—Since RBI can only regulate companies and co-operative societies (and not individuals, proprietorships, partnerships or limited liability partnerships), all P2P platforms may have to be structured as companies.
—The platforms will have to guarantee confidentiality of customer data.
—Loan-recovery practices of the P2P platforms will need to adhere to existing guidelines on recovery practices.
However, the RBI paper is silent on credit risk profiling of the borrowers.
“RBI has not touched on credit risk score, such as details on alternate credit risk. It takes a while before risks start showing. Hence, stricter governance is needed in this space,” said Vivek Belgavi, partner, fintech leader, PricewaterhouseCoopers India.
While welcoming the proposals listed in the paper—the general opinion is that the regulations will lend respectability to the nascent business—experts, investors, and executives in P2P platforms highlighted some concerns.
The first has to do with the fact that the money has to move directly from lender to borrower without an “escrow account”.
“It is necessary to have an escrow account. You can’t expect the transaction to happen only between lenders and borrowers because it will be tedious from accounting point of view. The platform will need to maintain an escrow account to pool money since there are post-dated cheques involved,” said Infosys co-founder T.V. Mohandas Pai, who is an investor in Faircent.com, a P2P lending company.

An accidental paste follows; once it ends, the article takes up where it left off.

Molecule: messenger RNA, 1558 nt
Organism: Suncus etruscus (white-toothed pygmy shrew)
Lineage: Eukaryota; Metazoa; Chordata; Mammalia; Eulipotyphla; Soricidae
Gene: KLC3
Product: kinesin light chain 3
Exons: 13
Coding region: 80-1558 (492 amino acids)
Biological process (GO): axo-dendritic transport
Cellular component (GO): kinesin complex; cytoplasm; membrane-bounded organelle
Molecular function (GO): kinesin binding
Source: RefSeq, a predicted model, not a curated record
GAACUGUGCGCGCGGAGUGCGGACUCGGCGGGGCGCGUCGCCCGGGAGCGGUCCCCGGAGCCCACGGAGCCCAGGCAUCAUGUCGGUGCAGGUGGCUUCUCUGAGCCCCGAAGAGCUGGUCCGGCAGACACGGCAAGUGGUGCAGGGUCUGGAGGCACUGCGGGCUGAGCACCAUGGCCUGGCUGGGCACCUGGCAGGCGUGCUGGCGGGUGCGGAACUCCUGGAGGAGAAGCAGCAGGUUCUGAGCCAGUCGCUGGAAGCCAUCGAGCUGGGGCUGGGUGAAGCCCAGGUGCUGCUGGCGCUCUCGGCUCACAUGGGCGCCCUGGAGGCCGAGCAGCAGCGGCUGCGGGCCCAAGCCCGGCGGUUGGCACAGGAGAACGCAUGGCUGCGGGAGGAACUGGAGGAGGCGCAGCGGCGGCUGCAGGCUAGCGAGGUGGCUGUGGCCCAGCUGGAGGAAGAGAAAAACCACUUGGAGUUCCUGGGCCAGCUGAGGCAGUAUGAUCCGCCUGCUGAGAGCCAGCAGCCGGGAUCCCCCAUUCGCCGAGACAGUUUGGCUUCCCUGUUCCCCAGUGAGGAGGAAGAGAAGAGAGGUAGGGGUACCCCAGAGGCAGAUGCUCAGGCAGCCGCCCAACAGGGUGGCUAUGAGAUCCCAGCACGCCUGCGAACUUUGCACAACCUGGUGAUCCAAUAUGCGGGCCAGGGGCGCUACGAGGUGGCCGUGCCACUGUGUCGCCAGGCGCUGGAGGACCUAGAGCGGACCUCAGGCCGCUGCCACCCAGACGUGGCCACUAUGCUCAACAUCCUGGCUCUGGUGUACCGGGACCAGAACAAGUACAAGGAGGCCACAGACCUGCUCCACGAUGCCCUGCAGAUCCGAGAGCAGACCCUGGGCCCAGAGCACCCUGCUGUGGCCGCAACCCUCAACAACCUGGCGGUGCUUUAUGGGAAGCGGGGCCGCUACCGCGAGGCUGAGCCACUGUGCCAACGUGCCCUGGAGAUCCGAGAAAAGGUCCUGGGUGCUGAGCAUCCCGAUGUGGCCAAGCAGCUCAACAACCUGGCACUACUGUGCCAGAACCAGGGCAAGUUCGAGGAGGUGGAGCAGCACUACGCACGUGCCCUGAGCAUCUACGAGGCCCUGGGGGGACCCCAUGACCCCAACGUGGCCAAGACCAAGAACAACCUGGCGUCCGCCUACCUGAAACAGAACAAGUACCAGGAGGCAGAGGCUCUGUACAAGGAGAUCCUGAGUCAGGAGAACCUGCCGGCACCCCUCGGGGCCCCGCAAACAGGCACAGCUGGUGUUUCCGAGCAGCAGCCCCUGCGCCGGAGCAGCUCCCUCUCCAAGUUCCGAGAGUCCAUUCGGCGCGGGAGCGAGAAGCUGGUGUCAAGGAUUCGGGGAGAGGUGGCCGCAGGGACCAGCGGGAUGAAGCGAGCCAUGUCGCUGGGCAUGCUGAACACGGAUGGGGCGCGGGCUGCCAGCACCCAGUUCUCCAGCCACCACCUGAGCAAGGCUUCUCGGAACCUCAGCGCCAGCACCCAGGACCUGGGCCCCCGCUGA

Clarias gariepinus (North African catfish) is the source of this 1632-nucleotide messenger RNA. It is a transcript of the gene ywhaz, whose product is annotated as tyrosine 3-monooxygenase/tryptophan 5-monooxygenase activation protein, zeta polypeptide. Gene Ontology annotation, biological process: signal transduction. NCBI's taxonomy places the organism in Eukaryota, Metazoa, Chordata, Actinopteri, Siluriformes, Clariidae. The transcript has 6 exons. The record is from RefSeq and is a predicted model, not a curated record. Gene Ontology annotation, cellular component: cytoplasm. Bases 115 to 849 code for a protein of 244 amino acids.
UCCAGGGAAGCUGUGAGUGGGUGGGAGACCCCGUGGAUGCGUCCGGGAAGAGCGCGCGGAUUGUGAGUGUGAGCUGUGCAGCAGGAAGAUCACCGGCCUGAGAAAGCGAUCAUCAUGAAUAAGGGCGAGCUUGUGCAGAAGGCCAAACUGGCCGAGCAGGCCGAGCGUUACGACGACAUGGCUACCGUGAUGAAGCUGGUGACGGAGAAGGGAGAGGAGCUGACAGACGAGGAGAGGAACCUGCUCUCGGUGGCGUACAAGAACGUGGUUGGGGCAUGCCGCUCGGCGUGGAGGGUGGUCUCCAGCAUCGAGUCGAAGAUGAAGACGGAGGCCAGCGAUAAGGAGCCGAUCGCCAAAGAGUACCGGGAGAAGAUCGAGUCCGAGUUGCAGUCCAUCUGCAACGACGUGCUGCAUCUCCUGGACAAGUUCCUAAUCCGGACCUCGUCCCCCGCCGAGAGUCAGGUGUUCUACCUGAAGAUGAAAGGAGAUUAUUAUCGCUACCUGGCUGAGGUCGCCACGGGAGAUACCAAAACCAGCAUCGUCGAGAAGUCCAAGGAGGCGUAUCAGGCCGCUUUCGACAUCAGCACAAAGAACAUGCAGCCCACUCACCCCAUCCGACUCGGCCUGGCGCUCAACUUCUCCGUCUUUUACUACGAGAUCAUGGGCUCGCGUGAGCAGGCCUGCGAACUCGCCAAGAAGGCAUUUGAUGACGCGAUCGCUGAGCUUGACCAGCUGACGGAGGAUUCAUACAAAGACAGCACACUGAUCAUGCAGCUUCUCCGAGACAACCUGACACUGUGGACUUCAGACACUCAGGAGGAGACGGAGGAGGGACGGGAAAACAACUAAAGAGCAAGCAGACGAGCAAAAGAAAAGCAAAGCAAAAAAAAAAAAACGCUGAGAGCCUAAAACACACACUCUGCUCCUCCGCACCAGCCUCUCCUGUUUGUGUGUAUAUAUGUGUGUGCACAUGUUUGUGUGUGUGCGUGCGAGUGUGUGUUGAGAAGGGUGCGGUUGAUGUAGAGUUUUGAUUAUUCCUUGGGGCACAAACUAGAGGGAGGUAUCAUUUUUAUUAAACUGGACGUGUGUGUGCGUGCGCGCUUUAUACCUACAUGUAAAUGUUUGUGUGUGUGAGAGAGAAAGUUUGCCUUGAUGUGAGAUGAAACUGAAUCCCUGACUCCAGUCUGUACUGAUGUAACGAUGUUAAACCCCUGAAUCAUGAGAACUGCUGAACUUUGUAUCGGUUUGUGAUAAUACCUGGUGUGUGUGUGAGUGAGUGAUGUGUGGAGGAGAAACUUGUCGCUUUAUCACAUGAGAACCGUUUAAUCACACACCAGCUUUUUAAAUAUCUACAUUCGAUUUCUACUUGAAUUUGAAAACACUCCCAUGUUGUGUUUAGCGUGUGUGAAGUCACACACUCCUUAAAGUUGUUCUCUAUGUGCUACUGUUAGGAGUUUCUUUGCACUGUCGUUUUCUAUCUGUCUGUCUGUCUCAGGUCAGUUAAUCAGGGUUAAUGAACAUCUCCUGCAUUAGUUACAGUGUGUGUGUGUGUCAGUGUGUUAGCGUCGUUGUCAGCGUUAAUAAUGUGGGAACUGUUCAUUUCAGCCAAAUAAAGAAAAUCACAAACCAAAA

“For instance, if an individual wants to borrow Rs.10 lakh and there are 10 borrowers willing to pay Rs.1 lakh each. Ideally all lenders should pool the money into an escrow account. But this is not allowed and the borrower needs to take 10 loans of Rs.1 lakh each,” explained Tracxn’s Goyal.
P2P platforms recommend either an escrow or a nodal account.
“In case of fund transfer, there should be a mechanism in place where the P2P lending platform is in the loop on all transactions. It can be like a nodal account that an e-commerce company like Flipkart has for sellers and buyers,” said Vaibhav Pandey, founder, i2ifunding.com, another P2P lending platform.
And a prescribed leverage ratio for the platforms makes no sense because “credit doesn’t come from the platform. What the regulator can do is ask the P2P lenders to create a credit insurance fund to offer some kind of relief in case of default”, said Pai.
But that apart, most of the proposals met with the industry’s approval.
Pandey said it is a good idea to disallow P2P platforms from promising assured returns “because you don’t want lenders on these platform to get trapped into believing that they will get assured returns”.
And the Rs.2 crore capital requirement “seems adequate to develop a robust P2P sector along with the business continuity plans which will come to the rescue in times of business collapse,” said Naresh Makhijani, partner and head, financial services, KPMG. Indeed, the regulator “seems to be conscious of the fact that very strict regulation of this sector may impact its growth in its infancy”, he added.
RBI will accept feedback on its discussion paper till 31 May.